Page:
How to Dye Eggs

These tips make it fun and easy to participate in a colorful family tradition.

For every Easter of my childhood, my mom hard boiled zillions of eggs and then set us kids up to dye them. As I got older and had my own children, I assumed the tradition would continue in my own home. Instead of passing on the torch, we just added extra children to the now-grown-up dye-fest. We take it seriously and like to try to outdo each other in terms of both color and technique. Dye kits are readily available in stores every spring, but you can also dye eggs in a variety of other ways. Food coloring is the handiest (because we all have, like, 6 containers each of yellow, green, and blue hanging around in the pantry) and I’m going to share a few of my favorite colors and techniques.

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1 Gather

Whether you choose to use food coloring or a purchased a dye kit, the recipe for turning out beautiful, bright colors is the same. You will need 1 teaspoon of white distilled vinegar per color. You will also need ½ cup of boiling water per color.


2 Add Vinegar and Color

Add the vinegar to each cup first. Then, add the food coloring. You can play around with colors as you like. There are even neon food color selections available! But if you’d like to try a few fun color combinations, here are some suggestions:
Grassy Green: 3 drops blue, 12 green, 6 yellow
Bedazzled Blue: 20 drops neon blue, 2 neon purple
Plum: 10 drops red, 4 blue
Watermelon: 20 drops red, 4 blue
Forsythia Yellow: 45 drops yellow, 1 red
Check your food color packaging; it may include a website link to hundreds of other color combos. The possibilities are endless! You can also invent your own colors. If you are doing this with kids, try to remind them that mixing complementary colors (for example: red and green, blue and orange, or yellow and purple) will always will always result in brown.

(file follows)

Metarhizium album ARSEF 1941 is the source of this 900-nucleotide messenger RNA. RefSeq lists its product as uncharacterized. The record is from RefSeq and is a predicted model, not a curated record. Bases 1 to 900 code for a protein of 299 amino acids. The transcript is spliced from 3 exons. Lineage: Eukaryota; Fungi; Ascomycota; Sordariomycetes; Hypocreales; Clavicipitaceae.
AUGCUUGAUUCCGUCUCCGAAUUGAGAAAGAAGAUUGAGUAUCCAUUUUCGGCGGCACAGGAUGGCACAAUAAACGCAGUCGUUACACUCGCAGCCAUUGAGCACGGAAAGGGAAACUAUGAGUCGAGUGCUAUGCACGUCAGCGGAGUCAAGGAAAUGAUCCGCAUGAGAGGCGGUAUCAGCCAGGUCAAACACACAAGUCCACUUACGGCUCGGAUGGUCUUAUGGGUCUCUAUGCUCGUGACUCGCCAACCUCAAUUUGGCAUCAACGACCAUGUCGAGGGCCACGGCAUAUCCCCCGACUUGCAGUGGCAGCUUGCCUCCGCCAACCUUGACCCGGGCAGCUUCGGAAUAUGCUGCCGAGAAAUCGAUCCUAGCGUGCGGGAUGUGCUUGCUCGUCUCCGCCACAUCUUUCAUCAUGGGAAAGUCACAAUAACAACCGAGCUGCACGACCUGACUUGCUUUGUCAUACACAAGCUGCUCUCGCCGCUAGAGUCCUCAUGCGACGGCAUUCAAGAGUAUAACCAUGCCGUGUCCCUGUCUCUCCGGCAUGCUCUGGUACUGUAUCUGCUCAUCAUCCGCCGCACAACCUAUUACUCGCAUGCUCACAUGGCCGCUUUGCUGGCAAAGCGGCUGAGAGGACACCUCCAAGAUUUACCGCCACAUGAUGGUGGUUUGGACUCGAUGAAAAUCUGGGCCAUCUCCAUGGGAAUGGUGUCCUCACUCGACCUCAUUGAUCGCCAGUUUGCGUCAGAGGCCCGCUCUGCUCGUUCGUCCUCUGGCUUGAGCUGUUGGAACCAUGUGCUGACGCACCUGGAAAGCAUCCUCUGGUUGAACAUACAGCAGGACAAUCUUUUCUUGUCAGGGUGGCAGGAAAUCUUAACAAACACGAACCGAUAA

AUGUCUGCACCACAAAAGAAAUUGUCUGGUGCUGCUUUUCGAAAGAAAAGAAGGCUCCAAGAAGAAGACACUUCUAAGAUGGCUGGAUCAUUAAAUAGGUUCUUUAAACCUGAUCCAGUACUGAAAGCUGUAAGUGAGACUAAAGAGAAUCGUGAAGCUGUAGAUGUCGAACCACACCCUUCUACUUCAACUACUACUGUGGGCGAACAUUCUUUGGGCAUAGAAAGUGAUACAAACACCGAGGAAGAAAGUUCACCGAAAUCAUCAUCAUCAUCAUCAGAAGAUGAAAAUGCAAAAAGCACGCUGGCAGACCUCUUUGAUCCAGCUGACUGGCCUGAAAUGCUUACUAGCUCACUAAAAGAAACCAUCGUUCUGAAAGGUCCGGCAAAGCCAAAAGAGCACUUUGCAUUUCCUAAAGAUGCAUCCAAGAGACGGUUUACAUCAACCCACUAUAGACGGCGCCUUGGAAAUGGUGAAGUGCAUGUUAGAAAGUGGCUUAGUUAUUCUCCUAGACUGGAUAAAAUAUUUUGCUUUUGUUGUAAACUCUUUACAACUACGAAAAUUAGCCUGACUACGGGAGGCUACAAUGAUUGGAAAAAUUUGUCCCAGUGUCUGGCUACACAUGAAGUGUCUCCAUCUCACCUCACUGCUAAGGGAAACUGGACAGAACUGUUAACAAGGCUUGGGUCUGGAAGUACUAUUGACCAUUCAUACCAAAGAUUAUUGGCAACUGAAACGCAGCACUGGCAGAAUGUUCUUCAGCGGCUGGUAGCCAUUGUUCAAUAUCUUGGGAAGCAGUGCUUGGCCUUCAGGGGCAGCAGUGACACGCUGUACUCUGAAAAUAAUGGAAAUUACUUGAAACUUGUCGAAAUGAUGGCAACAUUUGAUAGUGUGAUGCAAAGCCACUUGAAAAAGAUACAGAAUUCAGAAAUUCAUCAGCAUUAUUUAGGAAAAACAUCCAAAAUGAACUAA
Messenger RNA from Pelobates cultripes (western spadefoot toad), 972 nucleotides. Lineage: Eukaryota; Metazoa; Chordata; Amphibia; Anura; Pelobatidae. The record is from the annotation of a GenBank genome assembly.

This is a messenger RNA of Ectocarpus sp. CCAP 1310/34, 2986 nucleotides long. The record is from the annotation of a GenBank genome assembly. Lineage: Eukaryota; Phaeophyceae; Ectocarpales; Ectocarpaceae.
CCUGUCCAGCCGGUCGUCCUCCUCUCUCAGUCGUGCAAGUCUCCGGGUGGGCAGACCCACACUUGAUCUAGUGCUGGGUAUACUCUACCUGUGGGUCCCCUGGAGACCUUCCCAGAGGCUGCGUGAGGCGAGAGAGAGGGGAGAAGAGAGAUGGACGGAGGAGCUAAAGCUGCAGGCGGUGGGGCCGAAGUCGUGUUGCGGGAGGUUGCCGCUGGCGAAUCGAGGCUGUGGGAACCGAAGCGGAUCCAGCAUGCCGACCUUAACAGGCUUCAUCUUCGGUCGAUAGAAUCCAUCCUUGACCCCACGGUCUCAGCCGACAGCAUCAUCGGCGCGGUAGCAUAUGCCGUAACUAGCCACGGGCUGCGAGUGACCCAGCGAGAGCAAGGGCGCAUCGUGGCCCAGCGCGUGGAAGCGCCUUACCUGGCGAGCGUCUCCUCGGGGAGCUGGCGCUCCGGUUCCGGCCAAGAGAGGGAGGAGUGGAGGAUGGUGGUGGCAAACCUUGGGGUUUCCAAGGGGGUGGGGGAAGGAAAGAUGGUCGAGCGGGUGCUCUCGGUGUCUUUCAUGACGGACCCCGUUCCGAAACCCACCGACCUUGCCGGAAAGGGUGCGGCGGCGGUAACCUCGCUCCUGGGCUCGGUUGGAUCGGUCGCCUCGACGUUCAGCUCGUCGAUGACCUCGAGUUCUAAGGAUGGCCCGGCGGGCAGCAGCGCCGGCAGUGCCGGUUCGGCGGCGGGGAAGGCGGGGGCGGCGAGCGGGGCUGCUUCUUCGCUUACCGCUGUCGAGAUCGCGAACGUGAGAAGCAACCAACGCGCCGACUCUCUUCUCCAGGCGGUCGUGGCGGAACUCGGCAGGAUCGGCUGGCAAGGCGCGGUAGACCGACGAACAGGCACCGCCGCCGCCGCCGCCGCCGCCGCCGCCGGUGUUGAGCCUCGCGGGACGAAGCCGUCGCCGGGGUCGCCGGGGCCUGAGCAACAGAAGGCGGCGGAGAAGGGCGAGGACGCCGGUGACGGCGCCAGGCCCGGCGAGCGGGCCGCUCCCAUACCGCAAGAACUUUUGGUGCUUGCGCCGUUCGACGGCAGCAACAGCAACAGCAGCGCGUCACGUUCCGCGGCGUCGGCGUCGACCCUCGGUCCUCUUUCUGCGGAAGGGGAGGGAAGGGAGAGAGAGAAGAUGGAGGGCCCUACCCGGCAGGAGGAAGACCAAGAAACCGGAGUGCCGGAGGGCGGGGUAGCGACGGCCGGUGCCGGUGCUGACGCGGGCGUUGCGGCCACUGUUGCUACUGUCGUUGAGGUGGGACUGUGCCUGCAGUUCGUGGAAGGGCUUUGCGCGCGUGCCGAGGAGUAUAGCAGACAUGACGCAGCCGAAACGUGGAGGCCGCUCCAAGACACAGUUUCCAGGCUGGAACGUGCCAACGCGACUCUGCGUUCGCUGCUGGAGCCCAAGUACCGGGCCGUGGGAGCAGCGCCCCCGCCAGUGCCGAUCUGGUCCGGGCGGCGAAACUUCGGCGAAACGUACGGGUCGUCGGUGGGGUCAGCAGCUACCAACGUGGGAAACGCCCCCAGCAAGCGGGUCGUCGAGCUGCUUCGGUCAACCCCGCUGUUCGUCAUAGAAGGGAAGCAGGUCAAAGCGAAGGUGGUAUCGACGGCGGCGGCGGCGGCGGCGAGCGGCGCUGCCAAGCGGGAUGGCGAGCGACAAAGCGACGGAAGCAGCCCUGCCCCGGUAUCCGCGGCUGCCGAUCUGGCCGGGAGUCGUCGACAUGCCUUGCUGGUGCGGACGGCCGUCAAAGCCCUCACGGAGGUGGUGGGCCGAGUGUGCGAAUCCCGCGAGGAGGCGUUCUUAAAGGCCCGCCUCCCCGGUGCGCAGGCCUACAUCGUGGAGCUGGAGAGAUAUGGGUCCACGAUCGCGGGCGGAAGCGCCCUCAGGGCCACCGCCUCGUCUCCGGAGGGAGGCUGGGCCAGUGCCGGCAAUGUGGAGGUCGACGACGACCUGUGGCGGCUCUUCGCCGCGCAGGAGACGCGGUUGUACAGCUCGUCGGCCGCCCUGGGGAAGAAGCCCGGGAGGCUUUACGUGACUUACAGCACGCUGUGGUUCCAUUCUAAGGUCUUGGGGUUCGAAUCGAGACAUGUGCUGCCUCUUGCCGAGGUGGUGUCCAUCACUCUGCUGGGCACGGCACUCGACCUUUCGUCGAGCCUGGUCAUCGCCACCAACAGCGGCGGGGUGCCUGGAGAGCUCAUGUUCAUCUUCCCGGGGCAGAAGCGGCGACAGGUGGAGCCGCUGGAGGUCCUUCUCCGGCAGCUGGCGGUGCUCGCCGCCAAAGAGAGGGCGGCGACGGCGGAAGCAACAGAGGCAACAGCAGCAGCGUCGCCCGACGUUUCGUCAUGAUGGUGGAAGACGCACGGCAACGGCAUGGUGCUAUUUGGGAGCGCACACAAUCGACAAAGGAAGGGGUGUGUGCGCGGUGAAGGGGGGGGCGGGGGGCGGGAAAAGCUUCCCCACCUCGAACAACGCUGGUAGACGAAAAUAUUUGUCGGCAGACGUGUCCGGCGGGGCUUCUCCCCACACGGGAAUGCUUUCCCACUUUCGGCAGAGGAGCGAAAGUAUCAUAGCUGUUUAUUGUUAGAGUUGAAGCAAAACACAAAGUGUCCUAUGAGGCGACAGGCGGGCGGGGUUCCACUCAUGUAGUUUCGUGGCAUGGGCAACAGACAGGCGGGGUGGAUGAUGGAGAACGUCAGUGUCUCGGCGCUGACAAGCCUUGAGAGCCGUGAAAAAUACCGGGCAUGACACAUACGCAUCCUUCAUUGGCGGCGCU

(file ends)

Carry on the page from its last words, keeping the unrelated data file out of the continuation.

3 Add Boiling Water

Once you have added the drops of food color to each cup, add the hot water. Let it sit until it cools to room temperature so your eggs don’t crack.

Let your eggs come to room temperature before dying! I like to cook mine and then let them cool so I can dye the same day. Avoid refrigerating them before you dye them.

4 Dip and Dye

Use a large whisk to drop the eggs in each color—this keeps the food dye off your fingers.
The longer you leave an egg in each color, the more vibrant that color will be.


5 Other Techniques

Now let’s do watercolor eggs! This technique is my favorite. Add 1 teaspoon of white distilled vinegar per color, then add your desired color. Finally, add 1-1/2 cups of boiling water. Grab a paintbrush and get to work! The results are so gorgeous. Be sure to thoroughly rinse your brush between colors.

Stickers are a fun way to do patterns like polka dots:

And you can always use a Sharpie to draw designs in fun colors! This is my Charlie Brown Egg. Last year we did Ninja Turtle eggs.

What is your favorite technique?

About Heather T.

Heather, who runs, has been making messes in the kitchen since she was a little kid when her mom handed her a cook book and told her, “If you can read, you can cook.” Today she serves up fresh, healthy eats, easy weeknight meals and decadent sweet treats.